Court Allows Utah To Ban Price-Fixing Of Contact Lenses

Contact lens companies have been working together to create price floors for their products, prohibiting retailers from offering competitive discounts and removing consumers’ ability to shop around for savings. Legislators in Utah recently passed a bill that would outlaw this practice but in May a federal appeals court temporarily blocked it from being enacted. But on Friday, the court vacated that injunction, allowing the new law to move forward.

A quick refresher course for those coming to this story late.

While most healthcare professionals are not allowed to be in the business of selling medication directly to patients, optometrists can — and many do — sell eyeglasses and contact lenses to their patients. But retailers like Costco and 1-800-CONTACTS have been selling lenses at a discount, taking away some business from optometrists.

Starting in 2013, the largest contact lens manufacturers (Bausch & Lomb, Alcon, and Johnson & Johnson), accounting for some 80% of the market in the U.S., began establishing price floors for their products to help protect the optometrists they depend on to prescribe their lenses.

Because there are generally no generics for contact lens prescriptions, and there aren’t things like exclusive frames that could give a shopper a reason to look elsewhere for their lenses, the price floor takes away any incentive to shop around.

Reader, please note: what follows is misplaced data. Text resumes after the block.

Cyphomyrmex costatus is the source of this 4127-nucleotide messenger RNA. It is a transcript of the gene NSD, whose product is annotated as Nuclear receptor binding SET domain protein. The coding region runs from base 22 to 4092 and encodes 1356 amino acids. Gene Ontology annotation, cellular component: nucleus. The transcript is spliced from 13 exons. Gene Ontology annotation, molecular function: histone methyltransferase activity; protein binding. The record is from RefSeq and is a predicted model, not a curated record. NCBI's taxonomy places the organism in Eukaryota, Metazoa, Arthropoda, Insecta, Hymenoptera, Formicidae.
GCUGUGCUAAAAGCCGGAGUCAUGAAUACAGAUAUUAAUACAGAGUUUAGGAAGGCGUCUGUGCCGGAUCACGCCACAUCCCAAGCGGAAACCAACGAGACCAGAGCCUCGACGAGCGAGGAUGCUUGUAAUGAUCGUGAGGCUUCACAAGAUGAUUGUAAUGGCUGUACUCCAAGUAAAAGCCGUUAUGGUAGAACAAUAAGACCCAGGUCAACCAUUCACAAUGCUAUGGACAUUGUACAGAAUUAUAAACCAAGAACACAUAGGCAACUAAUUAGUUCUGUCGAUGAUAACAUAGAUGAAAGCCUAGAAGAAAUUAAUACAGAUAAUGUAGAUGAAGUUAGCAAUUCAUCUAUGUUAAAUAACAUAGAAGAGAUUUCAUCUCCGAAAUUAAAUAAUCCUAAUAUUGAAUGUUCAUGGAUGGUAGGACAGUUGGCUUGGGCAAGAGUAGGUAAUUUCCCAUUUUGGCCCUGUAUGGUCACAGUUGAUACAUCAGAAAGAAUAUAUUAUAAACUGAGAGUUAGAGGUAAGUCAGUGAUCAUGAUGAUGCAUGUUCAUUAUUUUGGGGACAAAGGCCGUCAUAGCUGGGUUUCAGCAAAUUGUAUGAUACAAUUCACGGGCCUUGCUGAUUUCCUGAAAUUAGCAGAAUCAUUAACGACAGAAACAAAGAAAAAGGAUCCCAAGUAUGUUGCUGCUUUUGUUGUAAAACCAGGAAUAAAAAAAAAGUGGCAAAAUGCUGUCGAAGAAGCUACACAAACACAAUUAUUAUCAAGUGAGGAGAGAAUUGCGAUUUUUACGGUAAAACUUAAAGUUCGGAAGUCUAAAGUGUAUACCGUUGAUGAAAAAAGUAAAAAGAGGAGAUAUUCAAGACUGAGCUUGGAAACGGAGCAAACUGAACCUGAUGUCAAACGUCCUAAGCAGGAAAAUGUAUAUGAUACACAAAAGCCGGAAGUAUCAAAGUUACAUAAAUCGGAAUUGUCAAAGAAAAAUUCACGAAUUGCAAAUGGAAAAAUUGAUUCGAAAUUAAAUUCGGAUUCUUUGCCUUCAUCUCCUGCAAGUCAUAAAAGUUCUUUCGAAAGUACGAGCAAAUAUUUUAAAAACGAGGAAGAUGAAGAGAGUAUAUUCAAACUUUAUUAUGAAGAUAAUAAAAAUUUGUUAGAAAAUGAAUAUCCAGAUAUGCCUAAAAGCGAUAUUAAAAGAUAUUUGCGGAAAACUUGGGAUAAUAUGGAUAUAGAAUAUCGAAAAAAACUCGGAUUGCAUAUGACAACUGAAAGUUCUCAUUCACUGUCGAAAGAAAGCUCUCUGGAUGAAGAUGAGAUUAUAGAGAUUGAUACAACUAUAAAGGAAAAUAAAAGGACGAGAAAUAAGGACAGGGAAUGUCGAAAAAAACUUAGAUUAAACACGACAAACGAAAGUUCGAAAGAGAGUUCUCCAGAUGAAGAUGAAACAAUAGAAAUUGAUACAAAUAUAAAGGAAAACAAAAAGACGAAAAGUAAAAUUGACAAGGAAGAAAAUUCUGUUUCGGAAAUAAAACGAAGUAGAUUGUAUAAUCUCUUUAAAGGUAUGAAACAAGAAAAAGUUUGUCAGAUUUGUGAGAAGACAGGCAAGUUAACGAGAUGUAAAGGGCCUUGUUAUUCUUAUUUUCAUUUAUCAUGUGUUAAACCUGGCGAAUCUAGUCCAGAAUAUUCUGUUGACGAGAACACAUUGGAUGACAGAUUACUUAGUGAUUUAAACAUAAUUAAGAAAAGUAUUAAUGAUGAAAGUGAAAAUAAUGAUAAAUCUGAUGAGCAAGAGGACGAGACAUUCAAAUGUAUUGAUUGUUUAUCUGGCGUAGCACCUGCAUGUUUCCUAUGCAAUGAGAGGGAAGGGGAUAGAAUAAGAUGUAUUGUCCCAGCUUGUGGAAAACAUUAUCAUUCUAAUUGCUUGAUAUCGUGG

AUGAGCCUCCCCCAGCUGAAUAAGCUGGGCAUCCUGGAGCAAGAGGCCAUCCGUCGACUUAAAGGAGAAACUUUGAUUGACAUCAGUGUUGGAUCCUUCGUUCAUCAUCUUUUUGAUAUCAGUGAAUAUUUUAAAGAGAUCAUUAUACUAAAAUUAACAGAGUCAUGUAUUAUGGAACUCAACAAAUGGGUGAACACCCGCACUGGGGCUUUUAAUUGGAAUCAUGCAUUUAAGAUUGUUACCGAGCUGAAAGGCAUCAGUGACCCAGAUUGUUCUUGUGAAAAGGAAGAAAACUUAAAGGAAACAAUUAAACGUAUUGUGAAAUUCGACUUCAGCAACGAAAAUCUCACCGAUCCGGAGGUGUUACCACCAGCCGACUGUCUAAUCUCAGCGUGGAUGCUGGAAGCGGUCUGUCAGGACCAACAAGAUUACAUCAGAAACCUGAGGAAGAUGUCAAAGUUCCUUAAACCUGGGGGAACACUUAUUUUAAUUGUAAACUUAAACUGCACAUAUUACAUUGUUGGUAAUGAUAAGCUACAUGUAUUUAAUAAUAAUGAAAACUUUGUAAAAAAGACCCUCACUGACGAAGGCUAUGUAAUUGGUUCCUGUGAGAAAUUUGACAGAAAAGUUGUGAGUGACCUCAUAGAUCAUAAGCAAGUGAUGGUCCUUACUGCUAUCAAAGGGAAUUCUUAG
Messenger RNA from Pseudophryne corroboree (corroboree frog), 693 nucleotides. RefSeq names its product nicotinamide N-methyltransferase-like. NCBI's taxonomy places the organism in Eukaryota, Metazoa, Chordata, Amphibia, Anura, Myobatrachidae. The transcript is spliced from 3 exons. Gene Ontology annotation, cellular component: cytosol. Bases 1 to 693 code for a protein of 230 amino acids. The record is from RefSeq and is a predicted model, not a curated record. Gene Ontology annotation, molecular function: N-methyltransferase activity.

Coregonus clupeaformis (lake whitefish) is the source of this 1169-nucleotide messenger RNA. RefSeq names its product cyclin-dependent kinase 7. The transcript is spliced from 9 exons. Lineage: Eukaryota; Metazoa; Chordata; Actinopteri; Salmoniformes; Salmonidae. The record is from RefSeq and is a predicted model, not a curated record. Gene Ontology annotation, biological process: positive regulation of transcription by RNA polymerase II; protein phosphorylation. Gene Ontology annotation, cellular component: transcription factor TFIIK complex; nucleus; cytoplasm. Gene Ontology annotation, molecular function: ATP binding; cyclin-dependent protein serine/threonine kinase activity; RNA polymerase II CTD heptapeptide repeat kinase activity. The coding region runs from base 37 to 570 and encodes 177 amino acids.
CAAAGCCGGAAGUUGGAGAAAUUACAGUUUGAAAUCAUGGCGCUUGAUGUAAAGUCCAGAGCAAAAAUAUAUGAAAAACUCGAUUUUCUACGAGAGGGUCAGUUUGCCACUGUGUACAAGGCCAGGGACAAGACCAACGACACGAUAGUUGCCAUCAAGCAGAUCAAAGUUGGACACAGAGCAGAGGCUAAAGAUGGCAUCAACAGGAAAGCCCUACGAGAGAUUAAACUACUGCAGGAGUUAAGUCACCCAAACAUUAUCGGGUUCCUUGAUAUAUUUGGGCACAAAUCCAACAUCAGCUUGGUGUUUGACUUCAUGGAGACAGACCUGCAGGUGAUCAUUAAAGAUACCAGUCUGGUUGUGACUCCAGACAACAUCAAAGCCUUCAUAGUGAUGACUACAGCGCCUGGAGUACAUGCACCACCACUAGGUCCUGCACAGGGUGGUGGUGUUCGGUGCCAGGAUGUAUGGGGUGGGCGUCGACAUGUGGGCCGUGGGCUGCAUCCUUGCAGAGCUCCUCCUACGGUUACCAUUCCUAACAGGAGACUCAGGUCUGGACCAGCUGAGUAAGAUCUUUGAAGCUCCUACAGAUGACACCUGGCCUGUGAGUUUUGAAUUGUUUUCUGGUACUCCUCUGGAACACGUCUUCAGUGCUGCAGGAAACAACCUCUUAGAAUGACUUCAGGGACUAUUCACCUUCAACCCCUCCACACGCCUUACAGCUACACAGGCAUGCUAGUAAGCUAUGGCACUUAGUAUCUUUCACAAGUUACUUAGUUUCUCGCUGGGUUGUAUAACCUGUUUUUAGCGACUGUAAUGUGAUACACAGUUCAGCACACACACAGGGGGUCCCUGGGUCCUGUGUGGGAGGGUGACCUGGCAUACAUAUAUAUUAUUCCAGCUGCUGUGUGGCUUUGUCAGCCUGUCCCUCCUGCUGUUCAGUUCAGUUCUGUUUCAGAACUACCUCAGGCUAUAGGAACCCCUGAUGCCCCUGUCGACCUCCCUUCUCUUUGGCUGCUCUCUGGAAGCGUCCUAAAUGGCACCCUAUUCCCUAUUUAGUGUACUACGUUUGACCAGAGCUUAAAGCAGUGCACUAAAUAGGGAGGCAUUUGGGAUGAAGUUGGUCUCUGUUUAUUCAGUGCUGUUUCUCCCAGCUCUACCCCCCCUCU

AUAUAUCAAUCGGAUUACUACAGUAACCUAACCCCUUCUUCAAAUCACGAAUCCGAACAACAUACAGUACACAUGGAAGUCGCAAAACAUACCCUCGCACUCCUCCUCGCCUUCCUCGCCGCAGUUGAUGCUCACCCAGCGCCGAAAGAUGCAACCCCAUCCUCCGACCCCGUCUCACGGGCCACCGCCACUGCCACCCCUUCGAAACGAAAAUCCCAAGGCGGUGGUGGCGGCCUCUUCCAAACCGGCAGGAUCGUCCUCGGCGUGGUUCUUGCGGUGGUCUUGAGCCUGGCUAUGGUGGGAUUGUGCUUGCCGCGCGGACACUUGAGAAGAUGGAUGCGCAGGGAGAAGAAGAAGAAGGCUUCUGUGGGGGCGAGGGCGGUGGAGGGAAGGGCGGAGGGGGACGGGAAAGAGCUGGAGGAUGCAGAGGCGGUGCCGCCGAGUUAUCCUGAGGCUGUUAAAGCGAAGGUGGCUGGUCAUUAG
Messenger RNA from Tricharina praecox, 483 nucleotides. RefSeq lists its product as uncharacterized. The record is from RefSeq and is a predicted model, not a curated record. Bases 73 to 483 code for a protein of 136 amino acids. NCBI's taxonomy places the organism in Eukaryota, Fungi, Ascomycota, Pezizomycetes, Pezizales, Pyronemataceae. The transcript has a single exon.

Utah’s Contact Lens Consumer Protection Act [PDF] is intended to prohibit contact lens companies from any practice that “has the effect of fixing or otherwise controlling the price that a contact lens retailer charges or advertises.” Lens companies would also not be allowed to discriminate against a retailer in the state based on its retail price for lenses.

The three lens companies sued [PDF] to block this law, and sought an injunction against its being enforced. They alleged that the Utah legislature had overstepped its authority in violation of the Commerce Clause of the U.S. Constitution.

Both Costco and 1-800-CONTACTS, who stand to lose contact lens customers if price floors remain in place, filed opposition briefs to the lawsuit.

In May, a U.S. District Court judge denied the lens companies’ injunction request, stating that it was unlikely that they would be successful at trial. However, only days later, and with little explanation, the Tenth Circuit Court of Appeals granted that temporary injunction while allowing all parties to file briefs on why or why it shouldn’t be made permanent pending trial.

The appeals court has read all the filings, and last Friday, it vacated the injunction, saying the three lens makers “have not satisfied the requirements necessary for an injunction.”

Granted, the companies can — and likely will — appeal this ruling, so it’s probably not the end of the matter.

Price floors were effectively outlawed for nearly 100 years, because they were believed to be in violation of the Sherman Antitrust Act. But then in the 2007 case of Leegin Creative Leather Products, Inc. v. PSKS, Inc., the U.S. Supreme Court ruled that it manufacturers could indeed set price floors in some situations.

In overturning earlier precedent, SCOTUS had pointed out that retailers facing price floors could use the money they would have ceded through discounts and invest it in “greater customer service” so as to gain a competitive edge.

In countering this argument, Costco contended that while the contact lens price floors might incentivize retailers to invest that money in something new to win over lens customers, the optometrists didn’t have to invest anything because they already had the customer, the prescription, and the product all in one place — and at a price you’d find regardless of where you shop.

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